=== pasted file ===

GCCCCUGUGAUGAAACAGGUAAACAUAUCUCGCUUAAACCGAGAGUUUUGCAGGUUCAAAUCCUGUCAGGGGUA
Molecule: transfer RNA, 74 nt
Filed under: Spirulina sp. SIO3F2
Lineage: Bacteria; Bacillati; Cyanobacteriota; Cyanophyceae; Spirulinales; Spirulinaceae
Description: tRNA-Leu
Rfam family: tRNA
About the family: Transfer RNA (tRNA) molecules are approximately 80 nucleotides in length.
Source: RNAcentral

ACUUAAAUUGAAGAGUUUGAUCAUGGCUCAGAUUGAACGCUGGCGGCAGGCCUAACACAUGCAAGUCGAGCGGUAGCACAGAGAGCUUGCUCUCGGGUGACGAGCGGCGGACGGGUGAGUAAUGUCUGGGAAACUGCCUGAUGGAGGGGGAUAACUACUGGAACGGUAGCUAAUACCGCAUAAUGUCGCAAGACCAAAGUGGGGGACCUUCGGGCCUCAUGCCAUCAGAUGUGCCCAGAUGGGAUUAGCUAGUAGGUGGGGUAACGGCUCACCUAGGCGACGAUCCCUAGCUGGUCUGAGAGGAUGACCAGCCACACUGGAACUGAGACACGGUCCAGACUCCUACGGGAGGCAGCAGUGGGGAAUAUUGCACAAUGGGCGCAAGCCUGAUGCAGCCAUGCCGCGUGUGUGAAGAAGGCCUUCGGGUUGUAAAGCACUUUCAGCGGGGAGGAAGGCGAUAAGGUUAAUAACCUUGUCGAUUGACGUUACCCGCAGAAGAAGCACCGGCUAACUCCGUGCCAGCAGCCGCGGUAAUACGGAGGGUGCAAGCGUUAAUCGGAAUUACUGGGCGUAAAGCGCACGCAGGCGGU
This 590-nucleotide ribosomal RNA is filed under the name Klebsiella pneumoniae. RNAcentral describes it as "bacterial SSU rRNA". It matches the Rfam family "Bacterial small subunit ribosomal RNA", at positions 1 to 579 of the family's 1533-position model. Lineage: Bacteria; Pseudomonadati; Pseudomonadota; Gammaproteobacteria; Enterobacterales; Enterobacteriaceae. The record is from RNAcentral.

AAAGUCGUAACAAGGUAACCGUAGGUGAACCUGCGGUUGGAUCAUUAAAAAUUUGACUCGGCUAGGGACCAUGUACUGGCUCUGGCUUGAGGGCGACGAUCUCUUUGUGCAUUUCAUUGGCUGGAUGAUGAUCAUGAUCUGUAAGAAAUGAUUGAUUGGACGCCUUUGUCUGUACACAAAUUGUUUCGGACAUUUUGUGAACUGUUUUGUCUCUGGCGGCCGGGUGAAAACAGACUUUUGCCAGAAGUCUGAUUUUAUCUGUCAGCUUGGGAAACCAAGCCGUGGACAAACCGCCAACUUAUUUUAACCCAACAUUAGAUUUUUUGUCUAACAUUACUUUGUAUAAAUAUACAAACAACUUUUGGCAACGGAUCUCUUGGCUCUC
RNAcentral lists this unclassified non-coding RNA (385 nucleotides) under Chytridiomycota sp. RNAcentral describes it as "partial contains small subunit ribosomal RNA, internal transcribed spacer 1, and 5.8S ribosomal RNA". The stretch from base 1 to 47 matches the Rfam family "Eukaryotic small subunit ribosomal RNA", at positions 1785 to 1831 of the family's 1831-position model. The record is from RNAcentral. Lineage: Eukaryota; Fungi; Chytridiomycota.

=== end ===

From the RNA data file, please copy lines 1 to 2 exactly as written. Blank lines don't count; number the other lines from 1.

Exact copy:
GCCCCUGUGAUGAAACAGGUAAACAUAUCUCGCUUAAACCGAGAGUUUUGCAGGUUCAAAUCCUGUCAGGGGUA
Molecule: transfer RNA, 74 nt